It's quite interesting to see how insiders view their own national literatures in comparison to the "foreign" take. So why not read Daniela Strigl's very thorough look at contemporary Austrian literature in Eurozine - and then Ritchie Robertson's recent piece in the Times Literary Supplement, playing on the Fritzl theme in the country's literature.
Interestingly, both articles round off with Elfriede Jelinek - there's just no escaping her right now - but that's about all they have in common. I prefer the Eurozine one, although it has a rather harping anti-German tone. Certainly, comparing the two provides ammunition for my argument that English-speakers are obsessed with the "dark history" aspect of German-language writing, whereas German-speakers have other themes to look at - although they don't ignore their national histories, by any means.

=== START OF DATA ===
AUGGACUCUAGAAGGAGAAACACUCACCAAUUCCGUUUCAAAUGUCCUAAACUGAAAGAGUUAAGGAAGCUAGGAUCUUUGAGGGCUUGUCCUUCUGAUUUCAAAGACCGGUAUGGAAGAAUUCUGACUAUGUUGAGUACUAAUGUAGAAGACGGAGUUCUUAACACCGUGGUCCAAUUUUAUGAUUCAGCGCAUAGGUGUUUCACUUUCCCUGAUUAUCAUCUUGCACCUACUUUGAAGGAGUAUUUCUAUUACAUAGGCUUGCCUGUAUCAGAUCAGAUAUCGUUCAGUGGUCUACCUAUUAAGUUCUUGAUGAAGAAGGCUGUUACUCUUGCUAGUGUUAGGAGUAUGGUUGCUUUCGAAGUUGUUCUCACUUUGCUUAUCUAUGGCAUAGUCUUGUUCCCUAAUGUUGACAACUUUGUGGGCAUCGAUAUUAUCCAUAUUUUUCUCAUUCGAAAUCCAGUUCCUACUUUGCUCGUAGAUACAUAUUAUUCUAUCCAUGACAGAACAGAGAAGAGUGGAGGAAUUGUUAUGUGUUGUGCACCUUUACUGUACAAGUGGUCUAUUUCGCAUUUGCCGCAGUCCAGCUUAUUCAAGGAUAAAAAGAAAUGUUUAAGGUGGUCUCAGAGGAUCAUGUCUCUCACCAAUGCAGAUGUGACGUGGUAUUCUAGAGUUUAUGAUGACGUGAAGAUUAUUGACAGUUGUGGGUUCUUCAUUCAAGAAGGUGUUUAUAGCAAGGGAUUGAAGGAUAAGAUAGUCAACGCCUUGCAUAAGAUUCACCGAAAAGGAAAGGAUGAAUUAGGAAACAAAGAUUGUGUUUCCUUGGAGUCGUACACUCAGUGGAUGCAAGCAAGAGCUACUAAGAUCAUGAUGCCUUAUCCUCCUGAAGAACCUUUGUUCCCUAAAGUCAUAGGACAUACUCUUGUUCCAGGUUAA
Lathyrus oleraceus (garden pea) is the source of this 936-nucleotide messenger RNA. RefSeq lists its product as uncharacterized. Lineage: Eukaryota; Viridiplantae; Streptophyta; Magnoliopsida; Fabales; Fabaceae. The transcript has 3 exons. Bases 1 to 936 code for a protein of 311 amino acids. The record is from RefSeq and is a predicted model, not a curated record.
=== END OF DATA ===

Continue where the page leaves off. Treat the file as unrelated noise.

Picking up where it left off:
Strigl is adamant that Austrian literature can stand its own against German writers - but then practically accuses the German Book Prize judges of rigging the shortlist against Austrians in 2006. Bizarre. Although it might sound odd from someone who defines herself as "loving German books", I do feel that all this competition is unnecessary. What I refer to as "German books" are actually books written in the German language. I rarely take an interest in the nationality of the writer unless it's relevant for their work. And just as "English books" include books written in India, Wales, Hawaii and New Zealand, there are people writing "German books" in all sorts of places and with all sorts of backgrounds. So what does it matter how many authors on the longlists and shortlists of this world were born in Austria?